And what about the gobblers that have been defeated in battle? Generally, such birds do not attempt to rejoin the group. However, I have seen such expelled birds rejoin the groups after some sort of turkey peace treaty was worked out.

Even after the birds have set up the social order, you might find a solo longbeard who is old enough to prefer hanging out alone. Chances are, the bird will have predictable patterns that you can figure out. Such a lone gobbler can be the perfect target.

own the season

How Weather Impacts Turkey Mating

The common idea is that unusual spring conditions can affect turkey mating patterns. But, in reality, it is not so. Gobbling is often triggered by warm weather, but it is increasing daylight or photoperiod that stimulates the hens to breed. 

Even if the males start gobbling early, hens hardly pay any attention to that. The point is, a hen’s timing has to be right to ensure that the poults have plenty to eat when the eggs hatch.

Sudden cold waves late in the season can slow down courtship activity, especially during the early morning hours. Gobbling can also be reduced if the weather is cloudy or windy. However, as the day progresses and the temperature rises, the toms start gobbling again. The birds descend from their nest in the mid-morning and seek out spots warmed by the sun.

Generally, heavy precipitation can bring down gobbling activity to zero. Once the rain intensity drops, I have found the birds avoiding vegetation and sticking to meadows, pastures, and agricultural lands. Possibly, better visibility in open areas makes them feel safer. As the weather clears, you can expect the mating activity to gain momentum again.

When it comes to nest survival rates, one study has indicated that it is not affected by the rise in precipitation and temperature. This has pointed to the possibility that climate change can increase the turkey population.

The question is, how does poor weather impact your early-season turkey hunting strategy?

While dealing with bad weather or an early spring it is important to understand how the weather is impacting the birds. For that, spending time in the field is crucial. Also, pack the turkey hunting essentials to meet the conditions and stay comfortable. 

In case of poor weather, veteran hunter Art Helin suggests setting up a ground blind in an open area and using box calls as they are louder. 

Since wind and rain dampen the sound, a louder call will reach out further. Waterproof calls are the best options. During the dominance phase, a hen and Jake turkey decoy can work well. They will distract the turkeys from the blind.

Note, that lousy weather will also impact evening turkey hunting sessions as roosting can get difficult. If you are planning an ambush strategy, make sure that the visibility is right. Think of choosing turkey hunting loads with powerful primers to lessen the effects of low temperature and dampness.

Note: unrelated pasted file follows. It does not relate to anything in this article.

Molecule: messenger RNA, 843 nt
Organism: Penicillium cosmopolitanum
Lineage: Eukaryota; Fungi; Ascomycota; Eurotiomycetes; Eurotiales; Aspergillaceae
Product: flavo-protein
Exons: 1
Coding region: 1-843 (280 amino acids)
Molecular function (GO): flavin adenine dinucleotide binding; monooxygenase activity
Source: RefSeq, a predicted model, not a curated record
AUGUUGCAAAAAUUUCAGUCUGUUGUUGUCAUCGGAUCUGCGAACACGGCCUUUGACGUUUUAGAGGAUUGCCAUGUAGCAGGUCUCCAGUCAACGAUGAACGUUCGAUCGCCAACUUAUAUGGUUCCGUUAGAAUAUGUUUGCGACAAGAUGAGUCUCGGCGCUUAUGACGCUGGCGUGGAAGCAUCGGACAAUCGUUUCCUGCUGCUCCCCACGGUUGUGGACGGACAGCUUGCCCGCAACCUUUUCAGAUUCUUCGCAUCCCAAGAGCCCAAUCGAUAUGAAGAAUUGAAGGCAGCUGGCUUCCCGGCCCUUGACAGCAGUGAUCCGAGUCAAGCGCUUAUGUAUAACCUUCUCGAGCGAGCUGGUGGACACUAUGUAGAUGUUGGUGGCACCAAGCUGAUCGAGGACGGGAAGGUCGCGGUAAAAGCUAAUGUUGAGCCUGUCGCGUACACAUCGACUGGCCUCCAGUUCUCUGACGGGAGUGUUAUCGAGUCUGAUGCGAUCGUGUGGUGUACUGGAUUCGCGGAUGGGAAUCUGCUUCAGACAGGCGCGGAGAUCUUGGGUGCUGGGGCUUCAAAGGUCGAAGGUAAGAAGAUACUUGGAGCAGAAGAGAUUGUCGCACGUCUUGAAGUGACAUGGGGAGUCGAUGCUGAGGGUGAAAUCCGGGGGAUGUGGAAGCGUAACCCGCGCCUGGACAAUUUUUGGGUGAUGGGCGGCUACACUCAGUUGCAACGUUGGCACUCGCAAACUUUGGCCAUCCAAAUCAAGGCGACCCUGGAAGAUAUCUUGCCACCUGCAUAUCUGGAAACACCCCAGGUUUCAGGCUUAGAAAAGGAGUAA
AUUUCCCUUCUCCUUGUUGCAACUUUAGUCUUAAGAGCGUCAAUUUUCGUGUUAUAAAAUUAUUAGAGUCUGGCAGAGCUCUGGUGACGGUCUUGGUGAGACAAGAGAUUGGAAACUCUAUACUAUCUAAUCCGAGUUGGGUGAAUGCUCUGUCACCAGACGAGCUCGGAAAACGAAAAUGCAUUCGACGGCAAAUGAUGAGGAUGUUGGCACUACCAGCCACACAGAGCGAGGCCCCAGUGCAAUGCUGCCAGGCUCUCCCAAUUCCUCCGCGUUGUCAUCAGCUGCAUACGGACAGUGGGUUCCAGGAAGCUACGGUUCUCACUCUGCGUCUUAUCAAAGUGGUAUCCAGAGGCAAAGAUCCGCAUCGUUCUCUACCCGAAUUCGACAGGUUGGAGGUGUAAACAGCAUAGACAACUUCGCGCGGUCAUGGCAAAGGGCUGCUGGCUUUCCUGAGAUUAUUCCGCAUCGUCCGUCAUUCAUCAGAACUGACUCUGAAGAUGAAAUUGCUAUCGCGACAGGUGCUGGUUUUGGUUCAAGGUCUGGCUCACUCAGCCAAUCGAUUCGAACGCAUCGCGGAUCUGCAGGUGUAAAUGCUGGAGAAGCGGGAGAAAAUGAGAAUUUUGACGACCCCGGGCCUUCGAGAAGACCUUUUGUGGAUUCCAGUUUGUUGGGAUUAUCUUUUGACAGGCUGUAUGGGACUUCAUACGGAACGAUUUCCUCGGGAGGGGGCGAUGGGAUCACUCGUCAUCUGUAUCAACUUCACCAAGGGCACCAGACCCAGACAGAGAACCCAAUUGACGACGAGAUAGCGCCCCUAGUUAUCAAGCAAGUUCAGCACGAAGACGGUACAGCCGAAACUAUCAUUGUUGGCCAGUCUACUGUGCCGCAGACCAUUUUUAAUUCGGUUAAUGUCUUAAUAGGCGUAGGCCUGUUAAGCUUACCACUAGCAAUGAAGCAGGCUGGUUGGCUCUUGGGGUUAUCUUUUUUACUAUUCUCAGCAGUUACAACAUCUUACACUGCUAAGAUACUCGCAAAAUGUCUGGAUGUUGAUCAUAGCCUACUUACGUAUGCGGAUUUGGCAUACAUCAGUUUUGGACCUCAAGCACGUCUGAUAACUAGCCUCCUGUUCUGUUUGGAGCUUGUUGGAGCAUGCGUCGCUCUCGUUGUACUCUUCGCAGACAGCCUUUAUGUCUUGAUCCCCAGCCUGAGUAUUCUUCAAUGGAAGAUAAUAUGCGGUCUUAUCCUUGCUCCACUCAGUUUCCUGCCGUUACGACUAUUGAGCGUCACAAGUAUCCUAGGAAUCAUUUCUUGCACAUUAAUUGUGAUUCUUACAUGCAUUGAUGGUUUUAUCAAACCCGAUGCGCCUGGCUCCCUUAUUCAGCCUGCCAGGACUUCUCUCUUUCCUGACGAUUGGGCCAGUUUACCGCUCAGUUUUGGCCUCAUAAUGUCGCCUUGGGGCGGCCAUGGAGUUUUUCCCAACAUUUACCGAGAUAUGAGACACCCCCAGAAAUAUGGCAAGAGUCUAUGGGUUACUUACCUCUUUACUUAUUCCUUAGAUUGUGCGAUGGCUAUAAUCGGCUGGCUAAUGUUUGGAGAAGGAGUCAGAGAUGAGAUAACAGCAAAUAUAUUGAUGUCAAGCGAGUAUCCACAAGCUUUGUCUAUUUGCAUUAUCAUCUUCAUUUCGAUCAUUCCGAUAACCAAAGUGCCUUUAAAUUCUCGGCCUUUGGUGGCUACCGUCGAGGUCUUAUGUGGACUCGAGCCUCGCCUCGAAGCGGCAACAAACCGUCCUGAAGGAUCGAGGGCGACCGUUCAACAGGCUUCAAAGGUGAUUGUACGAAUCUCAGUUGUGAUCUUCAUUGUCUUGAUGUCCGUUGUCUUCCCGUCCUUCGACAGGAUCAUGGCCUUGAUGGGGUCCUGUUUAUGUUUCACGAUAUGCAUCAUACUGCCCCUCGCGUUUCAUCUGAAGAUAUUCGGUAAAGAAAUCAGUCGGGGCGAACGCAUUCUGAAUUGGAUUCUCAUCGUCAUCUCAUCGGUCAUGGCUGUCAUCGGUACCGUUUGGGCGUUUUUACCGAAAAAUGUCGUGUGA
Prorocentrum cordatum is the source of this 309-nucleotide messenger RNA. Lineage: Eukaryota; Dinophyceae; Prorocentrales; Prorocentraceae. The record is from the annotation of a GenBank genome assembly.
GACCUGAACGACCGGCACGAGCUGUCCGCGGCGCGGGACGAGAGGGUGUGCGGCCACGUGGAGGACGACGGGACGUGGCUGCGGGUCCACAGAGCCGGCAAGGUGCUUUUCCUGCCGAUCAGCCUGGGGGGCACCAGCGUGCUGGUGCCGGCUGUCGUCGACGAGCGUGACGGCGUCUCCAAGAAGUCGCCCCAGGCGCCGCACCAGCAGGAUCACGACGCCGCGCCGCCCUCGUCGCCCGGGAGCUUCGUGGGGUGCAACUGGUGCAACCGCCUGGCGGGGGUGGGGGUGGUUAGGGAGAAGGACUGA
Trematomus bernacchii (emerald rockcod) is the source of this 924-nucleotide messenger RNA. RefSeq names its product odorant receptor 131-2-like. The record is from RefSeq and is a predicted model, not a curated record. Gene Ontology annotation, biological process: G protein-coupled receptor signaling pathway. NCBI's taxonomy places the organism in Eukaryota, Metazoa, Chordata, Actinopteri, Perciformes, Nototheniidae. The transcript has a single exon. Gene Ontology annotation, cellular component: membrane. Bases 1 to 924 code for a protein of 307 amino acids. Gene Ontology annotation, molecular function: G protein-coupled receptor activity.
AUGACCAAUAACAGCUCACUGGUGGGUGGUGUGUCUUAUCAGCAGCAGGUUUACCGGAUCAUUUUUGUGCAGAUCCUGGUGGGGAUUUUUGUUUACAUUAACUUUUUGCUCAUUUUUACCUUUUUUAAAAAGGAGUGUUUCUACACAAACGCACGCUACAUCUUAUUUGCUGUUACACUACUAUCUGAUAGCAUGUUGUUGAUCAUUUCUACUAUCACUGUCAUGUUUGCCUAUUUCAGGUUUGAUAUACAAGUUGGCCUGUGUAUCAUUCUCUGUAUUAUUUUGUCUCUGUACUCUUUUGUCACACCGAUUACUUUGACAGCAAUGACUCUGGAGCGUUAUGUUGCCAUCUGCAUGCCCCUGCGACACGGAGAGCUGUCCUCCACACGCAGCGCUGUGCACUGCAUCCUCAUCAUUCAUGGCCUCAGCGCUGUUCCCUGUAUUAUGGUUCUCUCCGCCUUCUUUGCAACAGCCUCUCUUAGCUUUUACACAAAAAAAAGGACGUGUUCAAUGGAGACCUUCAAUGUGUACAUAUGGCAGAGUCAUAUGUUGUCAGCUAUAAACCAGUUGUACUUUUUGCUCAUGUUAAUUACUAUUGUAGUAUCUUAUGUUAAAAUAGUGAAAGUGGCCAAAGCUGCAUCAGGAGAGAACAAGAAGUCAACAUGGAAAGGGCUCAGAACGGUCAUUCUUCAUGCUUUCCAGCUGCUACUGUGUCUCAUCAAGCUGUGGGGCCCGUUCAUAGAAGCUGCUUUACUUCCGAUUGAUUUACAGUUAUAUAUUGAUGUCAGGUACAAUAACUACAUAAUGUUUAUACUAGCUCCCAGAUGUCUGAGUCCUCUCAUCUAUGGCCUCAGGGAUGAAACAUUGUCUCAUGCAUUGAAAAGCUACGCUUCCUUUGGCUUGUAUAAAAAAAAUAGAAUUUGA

That said, staying patient and resisting the urge to act too soon is important. If you spook a tom early in the season, the chances of calling it in the remaining months drop considerably.

Another option is utilizing elevation to locate the birds. Art mentions that moving towards the birds from a low point can be counterproductive as the birds will pick you out easily with their super sharp vision. Early morning, head to a ridge top to locate the birds and then plan your approach.

turkey mating season

Approximate Turkey Mating Season by Location

Here is a look at the breeding seasons for the different species and locations.

Eastern Wild Turkey

In the south, the breeding for this species begins in late February or early March. In the northern states, it starts in April. Hatching begins in June and can extend till mid-summer up north.

Florida (Osceola) Wild Turkey

For the Osceola, gobbling and strutting begins in mid-February, In Florida, this can begin as early as January due to warm spells. The actual breeding begins 3-4 weeks later when the hens become receptive. After the hens lay their eggs, hatching begins in early May.

Merriam’s Wild Turkey

The natural location for the Meriam’s is the western, Rocky Mountain region and they move to higher elevations during summer to breed. Generally, the breeding period is between mid-March and April, but it can vary depending on snow conditions.

Rio Grande Wild Turkey

The Rio Grande starts mating activity in March and by the end of April hens are looking for nesting cover. The eggs hatch by the end of May or early June.

Final Thoughts 

Spring turkey hunting can be challenging but that is what makes it a lot of fun. Plus, you will surely learn a ton of new things about the turkey mating season while tackling rough weather conditions.

Since no two wild turkeys behave in the same manner, you need to stay alert at all times. Even though turkeys are driven by hormones in this period, you cannot afford to put the wrong foot forward. Have a plan and do not let the urgency to harvest make you commit a mistake.

So, go out there and have fun.